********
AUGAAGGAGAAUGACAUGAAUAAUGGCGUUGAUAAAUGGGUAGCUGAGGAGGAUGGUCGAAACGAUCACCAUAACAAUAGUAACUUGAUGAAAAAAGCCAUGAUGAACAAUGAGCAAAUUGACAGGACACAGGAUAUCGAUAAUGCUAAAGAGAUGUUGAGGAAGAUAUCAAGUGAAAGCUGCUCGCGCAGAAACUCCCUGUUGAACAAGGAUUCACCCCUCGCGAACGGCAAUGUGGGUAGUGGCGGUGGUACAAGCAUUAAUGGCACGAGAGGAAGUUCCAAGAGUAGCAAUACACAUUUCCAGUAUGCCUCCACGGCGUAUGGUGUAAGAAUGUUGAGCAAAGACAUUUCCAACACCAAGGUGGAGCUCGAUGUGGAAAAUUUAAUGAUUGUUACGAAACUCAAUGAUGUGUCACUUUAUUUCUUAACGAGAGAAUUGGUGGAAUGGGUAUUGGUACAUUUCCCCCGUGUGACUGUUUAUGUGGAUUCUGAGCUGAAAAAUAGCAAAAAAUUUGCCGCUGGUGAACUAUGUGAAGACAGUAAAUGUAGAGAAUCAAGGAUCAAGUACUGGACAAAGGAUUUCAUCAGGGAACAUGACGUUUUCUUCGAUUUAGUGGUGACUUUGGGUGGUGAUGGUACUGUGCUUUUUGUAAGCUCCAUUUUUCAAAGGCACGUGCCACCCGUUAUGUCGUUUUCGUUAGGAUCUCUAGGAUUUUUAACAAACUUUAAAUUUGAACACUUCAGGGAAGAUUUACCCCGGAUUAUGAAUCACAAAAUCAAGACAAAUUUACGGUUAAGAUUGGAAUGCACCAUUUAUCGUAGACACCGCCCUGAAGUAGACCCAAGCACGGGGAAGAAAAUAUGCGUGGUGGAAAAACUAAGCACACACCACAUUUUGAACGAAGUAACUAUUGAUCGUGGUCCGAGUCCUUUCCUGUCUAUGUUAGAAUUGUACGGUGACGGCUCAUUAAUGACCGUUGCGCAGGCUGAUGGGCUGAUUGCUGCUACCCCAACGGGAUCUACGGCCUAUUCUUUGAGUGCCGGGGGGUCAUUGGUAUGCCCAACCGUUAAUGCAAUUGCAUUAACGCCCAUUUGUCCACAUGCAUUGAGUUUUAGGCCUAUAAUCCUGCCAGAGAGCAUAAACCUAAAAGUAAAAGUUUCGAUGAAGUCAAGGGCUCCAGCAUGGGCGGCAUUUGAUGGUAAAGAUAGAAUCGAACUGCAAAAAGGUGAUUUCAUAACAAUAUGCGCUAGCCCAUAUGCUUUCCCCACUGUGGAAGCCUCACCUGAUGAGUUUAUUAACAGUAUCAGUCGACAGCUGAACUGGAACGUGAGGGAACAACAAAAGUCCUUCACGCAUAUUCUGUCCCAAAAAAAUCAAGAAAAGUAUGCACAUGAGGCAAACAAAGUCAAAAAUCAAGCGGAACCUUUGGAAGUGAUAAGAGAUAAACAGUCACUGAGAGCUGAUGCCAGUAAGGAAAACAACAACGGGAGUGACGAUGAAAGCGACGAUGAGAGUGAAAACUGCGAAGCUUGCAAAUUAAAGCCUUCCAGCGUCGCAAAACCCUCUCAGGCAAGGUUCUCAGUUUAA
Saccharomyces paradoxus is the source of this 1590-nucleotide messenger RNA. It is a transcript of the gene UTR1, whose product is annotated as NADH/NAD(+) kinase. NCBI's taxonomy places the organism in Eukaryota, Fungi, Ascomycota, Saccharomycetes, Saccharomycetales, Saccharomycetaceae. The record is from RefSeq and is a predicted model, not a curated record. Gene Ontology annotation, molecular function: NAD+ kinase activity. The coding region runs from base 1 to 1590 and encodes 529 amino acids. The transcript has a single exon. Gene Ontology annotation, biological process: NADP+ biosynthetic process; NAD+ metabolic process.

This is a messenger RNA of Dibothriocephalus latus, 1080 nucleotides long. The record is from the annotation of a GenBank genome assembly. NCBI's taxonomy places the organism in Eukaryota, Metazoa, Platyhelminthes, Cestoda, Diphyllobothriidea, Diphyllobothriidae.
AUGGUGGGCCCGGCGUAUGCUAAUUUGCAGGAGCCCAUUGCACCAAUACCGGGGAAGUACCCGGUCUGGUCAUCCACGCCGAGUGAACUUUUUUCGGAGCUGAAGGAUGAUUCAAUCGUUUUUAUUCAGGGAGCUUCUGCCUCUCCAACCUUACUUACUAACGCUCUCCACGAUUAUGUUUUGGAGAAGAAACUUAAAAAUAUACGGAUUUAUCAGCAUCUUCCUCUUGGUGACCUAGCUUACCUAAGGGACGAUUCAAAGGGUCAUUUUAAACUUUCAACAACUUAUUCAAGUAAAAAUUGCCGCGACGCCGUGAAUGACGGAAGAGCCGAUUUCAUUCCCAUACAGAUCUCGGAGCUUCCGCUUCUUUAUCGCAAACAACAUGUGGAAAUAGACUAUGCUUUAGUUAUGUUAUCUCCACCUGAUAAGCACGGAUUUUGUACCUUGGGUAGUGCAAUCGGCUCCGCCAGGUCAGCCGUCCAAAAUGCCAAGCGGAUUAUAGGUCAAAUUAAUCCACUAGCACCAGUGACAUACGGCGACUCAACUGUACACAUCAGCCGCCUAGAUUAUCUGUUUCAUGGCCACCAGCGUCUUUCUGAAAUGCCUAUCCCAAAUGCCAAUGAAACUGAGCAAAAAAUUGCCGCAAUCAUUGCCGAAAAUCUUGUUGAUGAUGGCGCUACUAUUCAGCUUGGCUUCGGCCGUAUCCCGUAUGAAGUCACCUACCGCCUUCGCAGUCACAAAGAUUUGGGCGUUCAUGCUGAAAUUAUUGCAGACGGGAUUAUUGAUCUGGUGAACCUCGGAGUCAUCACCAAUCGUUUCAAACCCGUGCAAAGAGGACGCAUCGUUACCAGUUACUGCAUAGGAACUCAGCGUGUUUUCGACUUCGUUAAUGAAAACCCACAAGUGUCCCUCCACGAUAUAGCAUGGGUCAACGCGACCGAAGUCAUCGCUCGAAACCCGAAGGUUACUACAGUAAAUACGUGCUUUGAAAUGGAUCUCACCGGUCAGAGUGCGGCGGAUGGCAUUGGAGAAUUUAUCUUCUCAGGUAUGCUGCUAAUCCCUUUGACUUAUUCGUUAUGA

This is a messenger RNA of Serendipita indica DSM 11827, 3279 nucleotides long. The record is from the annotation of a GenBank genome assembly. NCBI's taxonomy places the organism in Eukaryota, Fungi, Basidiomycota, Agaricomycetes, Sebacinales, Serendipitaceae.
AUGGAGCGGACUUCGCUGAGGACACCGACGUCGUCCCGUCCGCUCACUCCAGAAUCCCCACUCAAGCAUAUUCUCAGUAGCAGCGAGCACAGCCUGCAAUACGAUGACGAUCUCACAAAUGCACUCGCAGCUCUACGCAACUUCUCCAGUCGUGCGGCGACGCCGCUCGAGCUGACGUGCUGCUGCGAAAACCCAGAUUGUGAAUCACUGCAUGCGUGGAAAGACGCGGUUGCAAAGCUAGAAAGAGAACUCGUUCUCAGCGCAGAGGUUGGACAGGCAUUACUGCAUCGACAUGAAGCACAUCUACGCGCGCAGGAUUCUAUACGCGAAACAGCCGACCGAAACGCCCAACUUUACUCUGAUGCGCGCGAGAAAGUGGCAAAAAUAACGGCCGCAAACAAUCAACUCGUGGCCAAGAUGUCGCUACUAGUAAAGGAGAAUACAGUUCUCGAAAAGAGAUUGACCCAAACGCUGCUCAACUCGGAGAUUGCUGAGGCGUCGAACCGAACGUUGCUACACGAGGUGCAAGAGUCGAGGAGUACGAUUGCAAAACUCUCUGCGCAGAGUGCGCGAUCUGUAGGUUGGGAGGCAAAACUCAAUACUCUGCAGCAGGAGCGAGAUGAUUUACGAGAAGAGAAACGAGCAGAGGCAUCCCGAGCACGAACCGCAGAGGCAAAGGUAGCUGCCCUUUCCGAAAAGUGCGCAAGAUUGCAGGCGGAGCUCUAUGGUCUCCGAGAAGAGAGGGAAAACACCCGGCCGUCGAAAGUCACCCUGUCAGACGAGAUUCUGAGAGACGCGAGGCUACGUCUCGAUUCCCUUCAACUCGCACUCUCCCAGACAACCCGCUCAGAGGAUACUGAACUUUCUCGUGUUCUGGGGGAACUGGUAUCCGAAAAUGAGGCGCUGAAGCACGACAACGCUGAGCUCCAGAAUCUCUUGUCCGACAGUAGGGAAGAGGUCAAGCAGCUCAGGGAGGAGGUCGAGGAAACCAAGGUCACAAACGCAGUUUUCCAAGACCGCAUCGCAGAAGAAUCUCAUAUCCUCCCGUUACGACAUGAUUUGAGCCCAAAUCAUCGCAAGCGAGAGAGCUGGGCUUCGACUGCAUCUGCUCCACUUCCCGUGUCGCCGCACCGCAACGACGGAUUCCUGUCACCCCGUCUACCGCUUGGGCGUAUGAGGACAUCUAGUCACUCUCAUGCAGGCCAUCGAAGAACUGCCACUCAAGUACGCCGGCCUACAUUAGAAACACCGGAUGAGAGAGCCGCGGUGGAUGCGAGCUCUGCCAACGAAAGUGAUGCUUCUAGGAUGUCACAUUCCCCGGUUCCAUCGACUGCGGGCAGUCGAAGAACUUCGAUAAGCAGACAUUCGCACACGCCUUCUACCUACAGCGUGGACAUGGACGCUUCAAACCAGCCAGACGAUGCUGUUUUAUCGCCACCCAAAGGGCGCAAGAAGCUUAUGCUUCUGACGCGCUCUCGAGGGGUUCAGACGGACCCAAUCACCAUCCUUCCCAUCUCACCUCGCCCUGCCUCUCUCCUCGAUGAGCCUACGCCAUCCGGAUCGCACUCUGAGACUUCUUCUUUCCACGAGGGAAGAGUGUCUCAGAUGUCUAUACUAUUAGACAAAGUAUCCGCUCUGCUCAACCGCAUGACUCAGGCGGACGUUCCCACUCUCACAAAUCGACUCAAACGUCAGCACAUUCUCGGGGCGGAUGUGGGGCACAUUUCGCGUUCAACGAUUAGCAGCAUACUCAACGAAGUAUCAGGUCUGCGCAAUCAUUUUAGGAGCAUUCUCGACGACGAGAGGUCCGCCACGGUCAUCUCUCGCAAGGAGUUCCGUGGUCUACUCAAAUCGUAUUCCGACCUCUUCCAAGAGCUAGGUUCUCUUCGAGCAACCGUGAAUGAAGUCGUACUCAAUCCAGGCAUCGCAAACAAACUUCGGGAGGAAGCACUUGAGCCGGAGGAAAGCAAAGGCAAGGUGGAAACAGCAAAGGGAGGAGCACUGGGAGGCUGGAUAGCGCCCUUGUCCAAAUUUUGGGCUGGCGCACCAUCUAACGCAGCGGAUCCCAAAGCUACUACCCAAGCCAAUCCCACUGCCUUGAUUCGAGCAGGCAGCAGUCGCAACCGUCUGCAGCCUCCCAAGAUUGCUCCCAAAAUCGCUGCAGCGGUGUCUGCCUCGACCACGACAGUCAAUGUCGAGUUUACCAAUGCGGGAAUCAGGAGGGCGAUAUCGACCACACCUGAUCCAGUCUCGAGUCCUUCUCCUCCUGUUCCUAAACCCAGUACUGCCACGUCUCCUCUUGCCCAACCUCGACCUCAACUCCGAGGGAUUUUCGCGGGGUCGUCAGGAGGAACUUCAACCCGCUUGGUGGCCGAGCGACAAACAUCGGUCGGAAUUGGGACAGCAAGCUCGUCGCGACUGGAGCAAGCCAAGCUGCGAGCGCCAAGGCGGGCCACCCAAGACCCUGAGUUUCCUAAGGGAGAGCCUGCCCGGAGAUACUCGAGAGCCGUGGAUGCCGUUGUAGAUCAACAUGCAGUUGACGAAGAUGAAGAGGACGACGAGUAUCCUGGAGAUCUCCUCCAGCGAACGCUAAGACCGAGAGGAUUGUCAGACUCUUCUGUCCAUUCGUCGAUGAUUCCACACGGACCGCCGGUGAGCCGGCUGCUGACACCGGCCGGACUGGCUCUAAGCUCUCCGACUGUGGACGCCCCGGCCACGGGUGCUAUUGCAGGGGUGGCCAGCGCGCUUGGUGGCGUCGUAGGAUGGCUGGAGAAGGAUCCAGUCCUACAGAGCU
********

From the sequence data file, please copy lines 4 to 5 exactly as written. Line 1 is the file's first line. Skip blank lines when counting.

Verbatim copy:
AUGGUGGGCCCGGCGUAUGCUAAUUUGCAGGAGCCCAUUGCACCAAUACCGGGGAAGUACCCGGUCUGGUCAUCCACGCCGAGUGAACUUUUUUCGGAGCUGAAGGAUGAUUCAAUCGUUUUUAUUCAGGGAGCUUCUGCCUCUCCAACCUUACUUACUAACGCUCUCCACGAUUAUGUUUUGGAGAAGAAACUUAAAAAUAUACGGAUUUAUCAGCAUCUUCCUCUUGGUGACCUAGCUUACCUAAGGGACGAUUCAAAGGGUCAUUUUAAACUUUCAACAACUUAUUCAAGUAAAAAUUGCCGCGACGCCGUGAAUGACGGAAGAGCCGAUUUCAUUCCCAUACAGAUCUCGGAGCUUCCGCUUCUUUAUCGCAAACAACAUGUGGAAAUAGACUAUGCUUUAGUUAUGUUAUCUCCACCUGAUAAGCACGGAUUUUGUACCUUGGGUAGUGCAAUCGGCUCCGCCAGGUCAGCCGUCCAAAAUGCCAAGCGGAUUAUAGGUCAAAUUAAUCCACUAGCACCAGUGACAUACGGCGACUCAACUGUACACAUCAGCCGCCUAGAUUAUCUGUUUCAUGGCCACCAGCGUCUUUCUGAAAUGCCUAUCCCAAAUGCCAAUGAAACUGAGCAAAAAAUUGCCGCAAUCAUUGCCGAAAAUCUUGUUGAUGAUGGCGCUACUAUUCAGCUUGGCUUCGGCCGUAUCCCGUAUGAAGUCACCUACCGCCUUCGCAGUCACAAAGAUUUGGGCGUUCAUGCUGAAAUUAUUGCAGACGGGAUUAUUGAUCUGGUGAACCUCGGAGUCAUCACCAAUCGUUUCAAACCCGUGCAAAGAGGACGCAUCGUUACCAGUUACUGCAUAGGAACUCAGCGUGUUUUCGACUUCGUUAAUGAAAACCCACAAGUGUCCCUCCACGAUAUAGCAUGGGUCAACGCGACCGAAGUCAUCGCUCGAAACCCGAAGGUUACUACAGUAAAUACGUGCUUUGAAAUGGAUCUCACCGGUCAGAGUGCGGCGGAUGGCAUUGGAGAAUUUAUCUUCUCAGGUAUGCUGCUAAUCCCUUUGACUUAUUCGUUAUGA

This is a messenger RNA of Serendipita indica DSM 11827, 3279 nucleotides long. The record is from the annotation of a GenBank genome assembly. NCBI's taxonomy places the organism in Eukaryota, Fungi, Basidiomycota, Agaricomycetes, Sebacinales, Serendipitaceae.